This is what that Roman centurion understood.  He was not a Jew.  He was not a part of the religious community.  He was an outsider who had no rights of membership.  Like the leper, he was unclean.  He begged Jesus to heal his servant, but he did not ask Jesus to come into his home because he was not worthy to have him come under his roof – not because he was a Gentile and Jesus was a Jew – but because he was a sinner and Jesus was the Lord God in the flesh.  This the man knew.  Jesus was his Lord and God.  And he also knew that since this was so the word that Jesus spoke had authority and power.

A soldier knows something about the power of the spoken word.  This man was an officer with soldiers under his authority.  He told them what to do and they did it.  He exercised his authority by speaking.  He reasoned that Jesus would do the same thing.  He used his reason, not to lord it over God’s word, but in submission to it.  For him faith was very simple.  It embraced Jesus his Lord.  It rested on whatever Jesus had to say.  “But only speak a word, and my servant will be healed.”  He knew that Jesus could do what he wanted to do for him.  He knew that Jesus’s word was divine power to get the job done. He trusted in Jesus’s word.  That’s faith.  Jesus commends this faith.  He said,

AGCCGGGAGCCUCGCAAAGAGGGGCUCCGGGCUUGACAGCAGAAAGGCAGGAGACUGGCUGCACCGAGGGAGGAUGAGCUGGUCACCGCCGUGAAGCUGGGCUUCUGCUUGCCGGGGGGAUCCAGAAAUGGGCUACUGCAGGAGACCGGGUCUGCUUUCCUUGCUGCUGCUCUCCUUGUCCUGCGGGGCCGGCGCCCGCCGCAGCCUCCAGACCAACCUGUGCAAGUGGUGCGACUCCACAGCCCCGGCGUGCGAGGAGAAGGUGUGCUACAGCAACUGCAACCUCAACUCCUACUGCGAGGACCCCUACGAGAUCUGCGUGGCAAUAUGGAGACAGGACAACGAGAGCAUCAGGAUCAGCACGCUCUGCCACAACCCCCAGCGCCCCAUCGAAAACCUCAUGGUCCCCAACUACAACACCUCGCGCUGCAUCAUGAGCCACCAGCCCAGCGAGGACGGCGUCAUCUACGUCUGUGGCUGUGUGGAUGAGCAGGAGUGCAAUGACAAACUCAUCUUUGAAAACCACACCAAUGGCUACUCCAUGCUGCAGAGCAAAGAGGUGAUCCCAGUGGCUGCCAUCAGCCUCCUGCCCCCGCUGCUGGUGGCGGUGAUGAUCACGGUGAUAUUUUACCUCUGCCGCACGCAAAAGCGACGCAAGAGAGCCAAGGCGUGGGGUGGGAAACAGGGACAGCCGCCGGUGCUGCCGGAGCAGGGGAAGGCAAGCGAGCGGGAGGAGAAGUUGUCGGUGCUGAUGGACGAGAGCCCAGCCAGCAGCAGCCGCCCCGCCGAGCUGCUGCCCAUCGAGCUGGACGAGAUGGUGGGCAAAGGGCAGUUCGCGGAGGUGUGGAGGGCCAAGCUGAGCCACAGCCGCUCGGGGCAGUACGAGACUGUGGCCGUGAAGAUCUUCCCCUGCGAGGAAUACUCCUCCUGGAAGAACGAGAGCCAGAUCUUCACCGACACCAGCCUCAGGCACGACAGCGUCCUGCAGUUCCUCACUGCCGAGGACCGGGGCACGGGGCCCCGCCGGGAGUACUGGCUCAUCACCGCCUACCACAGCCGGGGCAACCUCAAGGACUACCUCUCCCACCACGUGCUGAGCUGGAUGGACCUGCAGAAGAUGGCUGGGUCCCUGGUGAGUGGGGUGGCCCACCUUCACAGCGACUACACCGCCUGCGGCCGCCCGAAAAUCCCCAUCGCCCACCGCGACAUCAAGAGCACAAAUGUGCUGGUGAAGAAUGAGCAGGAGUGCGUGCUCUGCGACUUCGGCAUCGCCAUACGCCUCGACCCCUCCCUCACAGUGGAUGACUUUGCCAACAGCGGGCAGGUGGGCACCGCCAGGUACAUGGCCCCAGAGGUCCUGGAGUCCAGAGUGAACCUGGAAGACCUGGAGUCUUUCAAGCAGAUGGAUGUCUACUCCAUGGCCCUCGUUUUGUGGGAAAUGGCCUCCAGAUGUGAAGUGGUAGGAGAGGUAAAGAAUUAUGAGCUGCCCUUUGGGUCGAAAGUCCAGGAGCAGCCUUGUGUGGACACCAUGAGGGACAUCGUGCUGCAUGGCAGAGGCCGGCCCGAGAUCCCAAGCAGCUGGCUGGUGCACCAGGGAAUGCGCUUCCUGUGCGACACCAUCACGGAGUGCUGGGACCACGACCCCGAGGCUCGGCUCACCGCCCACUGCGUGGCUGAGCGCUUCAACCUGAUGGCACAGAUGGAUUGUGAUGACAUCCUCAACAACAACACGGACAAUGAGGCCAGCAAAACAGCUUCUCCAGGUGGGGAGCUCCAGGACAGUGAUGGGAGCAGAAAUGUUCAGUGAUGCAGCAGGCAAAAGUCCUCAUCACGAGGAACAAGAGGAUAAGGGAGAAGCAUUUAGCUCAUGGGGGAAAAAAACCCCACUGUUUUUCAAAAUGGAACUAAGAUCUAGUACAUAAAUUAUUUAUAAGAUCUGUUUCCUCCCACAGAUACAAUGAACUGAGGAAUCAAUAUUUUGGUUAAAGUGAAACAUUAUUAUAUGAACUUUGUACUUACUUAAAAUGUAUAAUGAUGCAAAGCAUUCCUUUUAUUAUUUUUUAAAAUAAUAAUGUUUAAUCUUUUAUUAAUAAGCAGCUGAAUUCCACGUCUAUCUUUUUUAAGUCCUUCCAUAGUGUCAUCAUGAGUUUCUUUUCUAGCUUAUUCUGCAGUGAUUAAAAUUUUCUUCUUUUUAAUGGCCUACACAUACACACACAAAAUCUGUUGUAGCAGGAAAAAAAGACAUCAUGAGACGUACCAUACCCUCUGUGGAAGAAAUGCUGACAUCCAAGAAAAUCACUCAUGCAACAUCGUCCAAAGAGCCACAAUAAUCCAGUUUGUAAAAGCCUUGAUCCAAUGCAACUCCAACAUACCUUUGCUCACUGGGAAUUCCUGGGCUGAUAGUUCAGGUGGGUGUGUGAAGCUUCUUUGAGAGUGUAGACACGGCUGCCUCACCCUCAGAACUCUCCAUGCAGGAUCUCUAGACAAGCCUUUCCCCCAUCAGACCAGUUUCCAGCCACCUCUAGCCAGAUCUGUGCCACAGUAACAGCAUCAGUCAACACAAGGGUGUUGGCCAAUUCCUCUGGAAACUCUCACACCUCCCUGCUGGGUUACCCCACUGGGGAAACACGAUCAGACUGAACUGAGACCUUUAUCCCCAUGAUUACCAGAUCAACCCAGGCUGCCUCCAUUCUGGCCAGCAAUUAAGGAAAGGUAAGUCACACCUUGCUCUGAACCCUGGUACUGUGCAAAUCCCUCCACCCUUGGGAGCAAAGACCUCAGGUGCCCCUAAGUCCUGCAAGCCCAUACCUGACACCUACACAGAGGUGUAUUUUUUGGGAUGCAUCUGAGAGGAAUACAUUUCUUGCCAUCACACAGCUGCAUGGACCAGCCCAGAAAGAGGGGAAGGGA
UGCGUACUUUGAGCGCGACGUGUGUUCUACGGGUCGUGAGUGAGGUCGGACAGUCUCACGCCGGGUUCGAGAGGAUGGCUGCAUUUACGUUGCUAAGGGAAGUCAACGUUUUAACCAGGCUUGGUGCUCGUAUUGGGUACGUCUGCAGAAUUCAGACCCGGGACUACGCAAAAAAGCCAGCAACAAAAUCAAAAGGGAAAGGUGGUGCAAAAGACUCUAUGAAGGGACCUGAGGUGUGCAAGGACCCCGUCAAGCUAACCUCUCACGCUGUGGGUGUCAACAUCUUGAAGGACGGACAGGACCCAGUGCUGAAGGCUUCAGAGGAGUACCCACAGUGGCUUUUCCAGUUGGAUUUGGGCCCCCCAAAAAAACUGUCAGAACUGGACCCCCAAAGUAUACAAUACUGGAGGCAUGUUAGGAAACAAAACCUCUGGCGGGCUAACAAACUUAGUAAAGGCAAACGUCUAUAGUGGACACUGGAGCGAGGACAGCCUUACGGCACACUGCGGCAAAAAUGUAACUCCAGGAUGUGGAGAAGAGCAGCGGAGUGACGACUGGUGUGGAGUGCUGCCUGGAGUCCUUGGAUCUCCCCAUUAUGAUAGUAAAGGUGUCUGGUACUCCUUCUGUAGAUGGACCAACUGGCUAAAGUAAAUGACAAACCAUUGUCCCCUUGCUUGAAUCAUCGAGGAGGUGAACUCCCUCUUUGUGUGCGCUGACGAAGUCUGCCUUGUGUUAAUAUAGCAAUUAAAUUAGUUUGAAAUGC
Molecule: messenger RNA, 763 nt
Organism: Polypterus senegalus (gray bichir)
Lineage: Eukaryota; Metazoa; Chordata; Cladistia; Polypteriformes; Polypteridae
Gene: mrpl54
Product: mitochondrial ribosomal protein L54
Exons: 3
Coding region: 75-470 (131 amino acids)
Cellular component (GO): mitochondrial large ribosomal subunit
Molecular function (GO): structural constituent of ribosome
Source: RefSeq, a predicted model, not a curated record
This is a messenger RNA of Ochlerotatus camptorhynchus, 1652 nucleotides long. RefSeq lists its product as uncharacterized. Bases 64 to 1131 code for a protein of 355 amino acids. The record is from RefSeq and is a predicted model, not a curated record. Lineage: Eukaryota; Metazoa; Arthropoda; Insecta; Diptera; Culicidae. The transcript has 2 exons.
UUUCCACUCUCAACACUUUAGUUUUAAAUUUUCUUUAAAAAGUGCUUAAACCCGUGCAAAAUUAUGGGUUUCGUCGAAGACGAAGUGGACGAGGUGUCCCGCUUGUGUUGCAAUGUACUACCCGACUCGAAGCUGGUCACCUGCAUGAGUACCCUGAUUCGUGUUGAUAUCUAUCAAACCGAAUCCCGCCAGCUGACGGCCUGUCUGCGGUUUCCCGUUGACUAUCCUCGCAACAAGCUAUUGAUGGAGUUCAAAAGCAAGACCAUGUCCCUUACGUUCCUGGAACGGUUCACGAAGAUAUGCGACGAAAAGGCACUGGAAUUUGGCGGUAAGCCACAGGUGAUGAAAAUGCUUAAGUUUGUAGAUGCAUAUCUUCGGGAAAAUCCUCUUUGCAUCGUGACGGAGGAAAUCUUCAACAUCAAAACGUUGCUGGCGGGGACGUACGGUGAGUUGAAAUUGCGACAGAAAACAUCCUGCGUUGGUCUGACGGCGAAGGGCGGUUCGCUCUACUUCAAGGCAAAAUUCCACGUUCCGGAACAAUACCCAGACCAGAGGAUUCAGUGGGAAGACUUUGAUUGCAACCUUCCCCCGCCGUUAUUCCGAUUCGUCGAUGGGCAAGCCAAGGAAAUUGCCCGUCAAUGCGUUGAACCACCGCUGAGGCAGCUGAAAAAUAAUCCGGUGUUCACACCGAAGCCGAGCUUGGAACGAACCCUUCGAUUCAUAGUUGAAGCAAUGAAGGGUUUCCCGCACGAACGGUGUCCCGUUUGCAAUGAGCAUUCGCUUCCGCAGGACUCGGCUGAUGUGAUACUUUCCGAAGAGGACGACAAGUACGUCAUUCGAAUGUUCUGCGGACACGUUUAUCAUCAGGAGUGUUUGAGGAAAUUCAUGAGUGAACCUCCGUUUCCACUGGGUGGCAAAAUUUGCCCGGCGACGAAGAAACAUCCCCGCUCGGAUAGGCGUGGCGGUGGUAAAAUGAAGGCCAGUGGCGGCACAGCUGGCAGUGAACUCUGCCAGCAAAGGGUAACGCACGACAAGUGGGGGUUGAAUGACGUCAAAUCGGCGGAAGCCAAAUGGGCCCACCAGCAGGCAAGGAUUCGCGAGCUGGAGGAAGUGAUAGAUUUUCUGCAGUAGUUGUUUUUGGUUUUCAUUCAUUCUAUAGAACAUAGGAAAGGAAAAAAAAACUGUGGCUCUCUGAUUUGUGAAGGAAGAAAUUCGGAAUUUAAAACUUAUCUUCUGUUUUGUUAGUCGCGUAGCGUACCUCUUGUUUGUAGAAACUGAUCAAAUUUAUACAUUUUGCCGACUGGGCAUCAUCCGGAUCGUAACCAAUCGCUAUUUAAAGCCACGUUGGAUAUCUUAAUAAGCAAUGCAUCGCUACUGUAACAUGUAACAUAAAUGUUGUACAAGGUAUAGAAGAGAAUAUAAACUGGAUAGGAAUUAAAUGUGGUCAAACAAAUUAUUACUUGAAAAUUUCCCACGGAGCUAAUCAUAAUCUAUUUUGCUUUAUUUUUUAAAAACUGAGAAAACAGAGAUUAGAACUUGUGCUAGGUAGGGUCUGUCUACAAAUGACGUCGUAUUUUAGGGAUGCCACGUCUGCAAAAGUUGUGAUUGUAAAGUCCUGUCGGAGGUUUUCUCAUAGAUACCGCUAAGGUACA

Assuredly, I say to you, I have not found such great faith, not even in Israel!  And I say to you that many will come from east and west, and sit down with Abraham, Isaac, and Jacob in the kingdom of heaven.  But the sons of the kingdom will be cast out into outer darkness. There will be weeping and gnashing of teeth.